The decorations of my theatre were now in a tolerable state of completeness. I had always had the knack of drawing with compasses, and clipping pasteboard, and colouring figures; and here it served me in good stead. But the more sorry was I, on the other hand, when, as frequently happened, my stock of actors would not suffice for representing great affairs.
My sisters dressing and undressing their dolls awoke in me the project of furnishing my heroes by and by with garments which might also be put off and on. Accordingly, I slit the scraps of cloth from off their bodies; tacked the fragments together as well as possible; saved a particle of money to buy new ribbons and lace; begged many a rag of taffeta; and so formed, by degrees, a full theatrical wardrobe, in which hoop-petticoats for the ladies were especially remembered.
My troupe was now fairly provided with dresses for the most important piece, and you might have expected that henceforth one exhibition would follow close upon the heels of another; but it happened with me, as it often happens with children; they embrace wide plans, make mighty preparations, then a few trials, and the whole undertaking is abandoned. I was guilty of this fault. My greatest pleasure lay in the inventive part, and the employment of my fancy. This or that piece inspired me with interest for a few scenes of it, and immediately I set about providing new apparel suitable for the occasion. In such fluctuating operations, many parts of the primary dresses of my heroes had fallen into disorder, or totally gone out of sight; so that now the first great piece could no longer be exhibited I surrendered myself to my imagination; I rehearsed and prepared forever; built a thousand castles in the air, and saw not that I was at the same time undermining the foundations of these little edifices.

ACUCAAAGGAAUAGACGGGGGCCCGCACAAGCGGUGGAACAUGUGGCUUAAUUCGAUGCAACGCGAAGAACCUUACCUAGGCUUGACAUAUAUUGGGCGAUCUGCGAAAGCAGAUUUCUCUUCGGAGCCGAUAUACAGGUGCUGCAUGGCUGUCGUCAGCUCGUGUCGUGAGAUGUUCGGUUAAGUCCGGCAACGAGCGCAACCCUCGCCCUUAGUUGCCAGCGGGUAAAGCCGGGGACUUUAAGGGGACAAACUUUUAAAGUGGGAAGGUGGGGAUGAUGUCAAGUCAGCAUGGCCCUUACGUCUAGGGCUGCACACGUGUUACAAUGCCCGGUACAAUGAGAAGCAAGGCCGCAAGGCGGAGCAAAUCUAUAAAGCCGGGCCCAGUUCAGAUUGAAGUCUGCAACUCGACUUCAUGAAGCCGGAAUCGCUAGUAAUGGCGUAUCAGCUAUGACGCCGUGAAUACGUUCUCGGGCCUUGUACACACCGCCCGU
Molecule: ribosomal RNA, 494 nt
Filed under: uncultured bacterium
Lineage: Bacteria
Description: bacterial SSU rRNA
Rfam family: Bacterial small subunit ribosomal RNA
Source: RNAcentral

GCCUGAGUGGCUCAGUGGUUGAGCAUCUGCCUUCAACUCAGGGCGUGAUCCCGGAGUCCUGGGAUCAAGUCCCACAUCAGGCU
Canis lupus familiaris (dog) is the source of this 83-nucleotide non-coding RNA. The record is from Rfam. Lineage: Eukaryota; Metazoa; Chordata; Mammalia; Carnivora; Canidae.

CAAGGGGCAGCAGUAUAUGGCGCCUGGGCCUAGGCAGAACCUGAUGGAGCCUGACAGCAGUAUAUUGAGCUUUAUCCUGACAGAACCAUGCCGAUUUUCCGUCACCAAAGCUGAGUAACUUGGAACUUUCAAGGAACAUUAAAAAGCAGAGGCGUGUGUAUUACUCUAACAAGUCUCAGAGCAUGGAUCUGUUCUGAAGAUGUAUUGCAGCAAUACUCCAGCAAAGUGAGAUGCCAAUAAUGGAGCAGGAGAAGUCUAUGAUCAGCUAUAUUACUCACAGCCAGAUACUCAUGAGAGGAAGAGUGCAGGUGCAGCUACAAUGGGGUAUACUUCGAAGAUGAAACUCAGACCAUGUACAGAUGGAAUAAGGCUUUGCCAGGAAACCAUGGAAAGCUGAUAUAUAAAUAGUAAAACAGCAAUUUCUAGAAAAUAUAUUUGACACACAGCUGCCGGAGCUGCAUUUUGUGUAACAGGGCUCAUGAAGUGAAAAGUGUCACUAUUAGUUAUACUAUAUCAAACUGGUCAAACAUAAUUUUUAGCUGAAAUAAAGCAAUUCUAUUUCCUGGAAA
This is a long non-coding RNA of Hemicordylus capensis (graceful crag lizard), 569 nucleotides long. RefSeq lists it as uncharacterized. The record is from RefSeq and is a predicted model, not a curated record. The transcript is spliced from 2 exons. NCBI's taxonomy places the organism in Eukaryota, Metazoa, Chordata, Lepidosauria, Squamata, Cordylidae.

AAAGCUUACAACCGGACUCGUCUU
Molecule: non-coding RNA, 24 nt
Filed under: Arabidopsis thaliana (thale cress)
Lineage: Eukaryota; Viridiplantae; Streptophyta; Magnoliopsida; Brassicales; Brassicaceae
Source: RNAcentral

During this recital, Mariana had called up and put in action all her courtesy for Wilhelm, that she might conceal her sleepiness. Diverting as the matter seemed on one side, it was too simple for her taste, and her lovers view of it too serious. She softly pressed her foot on his, however, and gave him all visible signs of attention and approval. She drank out of his glass: Wilhelm was convinced that no word of his history had fallen to the ground. After a short pause, he said: It is now your turn, Mariana, to tell me what were your first childish joys. Till now, we have always been too busy with the present to trouble ourselves, on either side, about our previous way of life. Let me hear, Mariana, under what circumstances you were reared; what are the first lively impressions which you still remember?
These questions would have very much embarrassed Mariana, had not Barbara made haste to help her. Think you, said the cunning old woman, we have been so mindful of what happened to us long ago, that we have merry things like these to talk about; and though we had, that we could give them such an air in talking of them?
As if they needed it! cried Wilhelm. I love this soft, fond, amiable creature so much, that I regret every instant of my life which has not been spent beside her. Allow me, at least in fancy, to have a share in thy bygone life: tell me everything; I will tell everything to thee! If possible, we will deceive ourselves, and win back those days that have been lost to love.
If you require it so eagerly, replied the old dame, we can easily content you. Only, in the first place, let us hear how your taste for the theatre gradually reached a head; how you practised, how you improved so happily, that now you can pass for a superior actor. No doubt, you must have met with droll adventures in your progress. It is not worth while to go to bed now: I have still one flask in reserve; and who knows whether we shall soon all sit together so quiet and cheery again?